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Climb every mountain (and slog through some rain)

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We’re just back from a trip to the Seattle area. In retrospect, we ended up giving ourselves too many travel days: the Saturday to fly there and drive to our Inn near Mount Rainier; the Monday to get from Rainier to our Lodge in Olympic Park; the Wednesday to get back to Seattle and check into our hotel there. (Then of course, Sunday we just flew home. Today is the “day off work to catch up on laundry and get used to Eastern time zone” day.)

Then again—and this was our thinking while booking—we’d never been to the Seattle area before, and who knows when we’ll get back? So might as well pack in the sights while there.

And the sights are quite lovely:

Mount Rainier in the fall

Mount Rainier in the fall

Despite the ominous-looking sky in the photo, the weather was actually quite good for Mount Rainier in October; we didn’t get rained or snowed on at all during our park-visiting day. We did two walks and one big hike there.

The first walk was a very short one to get a better view of this rather cool mountain waterfall:

Waterfall in Mount Rainier

Waterfall in Mount Rainier

Our big hike was further in the park. Before leaving, Jean had noted that he wanted to do the Skyline Trail (5.4 mile loop, 1700 foot elevation) and it proved hard to deter from that, even though the park guide warned us we wouldn’t get any views on top, due to the fog that day. But the guide did give us some good advice about starting out on the side that provided a more gradual ascent. That was where we got some of the best views.

Hike up the Skyline Trail

Hike up the Skyline Trail

At the top, it was not only kind of steep, but it was also snow-covered! Now, the trail quality here was good—it was wide with easy footing—but the snow made it more challenging. It was a bit like walking in sand—sliding underfoot, slower, more tiring.

And indeed, we had no views whatsoever.

Snow and fog in Mount Rainier

Snow and fog in Mount Rainier

Still, I suppose it was an accomplishment. 🙂

On the way back—and the trail eventually became paved—we were surprised how many people there were, mostly starting at the steeper end. Imagine only a minority would actually do the whole loop, however. We only met a few people at the top part, and some later informed us they’d turned back before going too far in the snow.

And our final Rainier walk, after a late lunch, was a flatter one that allowed us to see the big trees of the area. They are definitely quite impressive.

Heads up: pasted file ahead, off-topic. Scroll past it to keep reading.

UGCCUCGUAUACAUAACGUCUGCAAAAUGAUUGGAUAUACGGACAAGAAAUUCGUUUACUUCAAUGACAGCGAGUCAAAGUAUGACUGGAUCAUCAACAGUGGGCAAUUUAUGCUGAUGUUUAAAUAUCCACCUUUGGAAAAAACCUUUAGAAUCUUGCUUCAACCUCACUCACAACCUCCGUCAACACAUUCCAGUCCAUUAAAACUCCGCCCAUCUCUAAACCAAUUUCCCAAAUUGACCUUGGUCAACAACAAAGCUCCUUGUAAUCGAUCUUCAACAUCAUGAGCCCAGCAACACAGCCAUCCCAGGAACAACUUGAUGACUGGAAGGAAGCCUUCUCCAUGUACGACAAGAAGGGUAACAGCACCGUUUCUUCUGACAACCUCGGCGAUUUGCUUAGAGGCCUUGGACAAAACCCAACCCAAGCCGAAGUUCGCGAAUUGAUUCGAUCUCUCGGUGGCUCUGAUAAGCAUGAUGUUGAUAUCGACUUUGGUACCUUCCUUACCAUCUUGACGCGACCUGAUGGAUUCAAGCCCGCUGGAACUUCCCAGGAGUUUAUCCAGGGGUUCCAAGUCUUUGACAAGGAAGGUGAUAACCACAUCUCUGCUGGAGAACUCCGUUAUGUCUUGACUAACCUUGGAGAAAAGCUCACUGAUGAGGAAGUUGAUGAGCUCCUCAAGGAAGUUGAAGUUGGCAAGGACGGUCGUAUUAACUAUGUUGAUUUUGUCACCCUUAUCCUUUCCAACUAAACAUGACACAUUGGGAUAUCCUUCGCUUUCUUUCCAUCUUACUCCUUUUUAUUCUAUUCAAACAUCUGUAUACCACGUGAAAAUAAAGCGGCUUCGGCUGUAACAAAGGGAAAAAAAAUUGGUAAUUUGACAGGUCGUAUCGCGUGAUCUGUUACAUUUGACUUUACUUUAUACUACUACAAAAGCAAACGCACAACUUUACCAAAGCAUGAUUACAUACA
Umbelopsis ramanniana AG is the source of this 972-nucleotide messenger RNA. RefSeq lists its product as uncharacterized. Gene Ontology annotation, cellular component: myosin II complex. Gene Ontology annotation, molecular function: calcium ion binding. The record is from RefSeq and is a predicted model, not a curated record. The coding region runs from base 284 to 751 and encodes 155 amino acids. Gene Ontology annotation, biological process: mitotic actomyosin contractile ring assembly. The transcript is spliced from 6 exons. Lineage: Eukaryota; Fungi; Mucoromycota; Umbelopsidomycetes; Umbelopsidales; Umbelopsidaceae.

Large trees in Mount Rainier

Just a few of the very large, ancient trees of this area

So Monday we were on to Olympic Park, which includes some of the rainiest parts of Washington State (and maybe the whole country). Parts of it get an astonishing 150 inches (380 cm) of rain per year.

So we should not have been too surprised, as we took off for our short hike in the Quinault Rain Forest, that it started to rain. Pretty hard. I was carrying an umbrella, and we were both wearing rain gear, but we didn’t do the full length of trail we might have. We walked for about an hour, covering maybe 4 km.

Lake Quinault Lodge

Lake Quinault Lodge at Washington Park. Not where we stayed, but looked nice, even in the rain.

Arriving at our Lodge, we were greeted by some locals.

Deer near Lake Crescent Lodge

Deer near Lake Crescent Lodge

Our Lodge was in a less rainy part of the park, and were quite relieved to see the sky clearing on Tuesday. In fact, it turned into just a beautiful day there, with some sunshine all day long, though not that warm.

View from Lake Crescent Lodge

Morning view from our Lodge, with the day already clearing

The hikes near the Lake Crescent Lodge seemed to be either really short, or fairly arduous. So we selected one of the lesser arduous ones, the Storm King Trail. This was described as “steep switchbacks up the mountain for 2000 feet.” And that was about accurate.

But at least this day afforded us some views once we got up there.

a view from Mount Storm King, Olympic National Park, Washington State

View from the top of Mount Storm King

The trail itself was another fairly wide, easy walking one (just steady uphill!), but at the very top it became narrower and my vertigo kicked in. Jean peered up a bit and concluded the final part looked just too steep, so we called it a day there and headed back down.

Forest Moss Monsters, Olympic National Park, Washington State

Interesting trees in the forest there

Unlike the busy Rainier trail, here we met just one other person on the trail until we were back down on flat, where we encountered a school group.

That seemed like enough hiking for this day, so after lunch we drove to the Sol Duc Hot Springs spa. It was a model of simplicity compared with the baths of Budapest, where I had to pre-study all the procedures before attempting an entry. Here we just paid our entry fee and they pointed out to some pools down the hall, past change rooms.

I had assumed they would have towels we could use, but they did not, so we had to buy one. And also unlike the fairly elaborate system of pools in Budapest, here they just had four near each other, of varying temperatures, all somewhat smelling of sulfur. (The pools are man-made but the water is natural hot spring.) So we just sat for a while in the hot, then slightly hotter one, and back and forth. Probably was helpful in reducing muscle soreness.

We slept really well on all our nights in the two parks.

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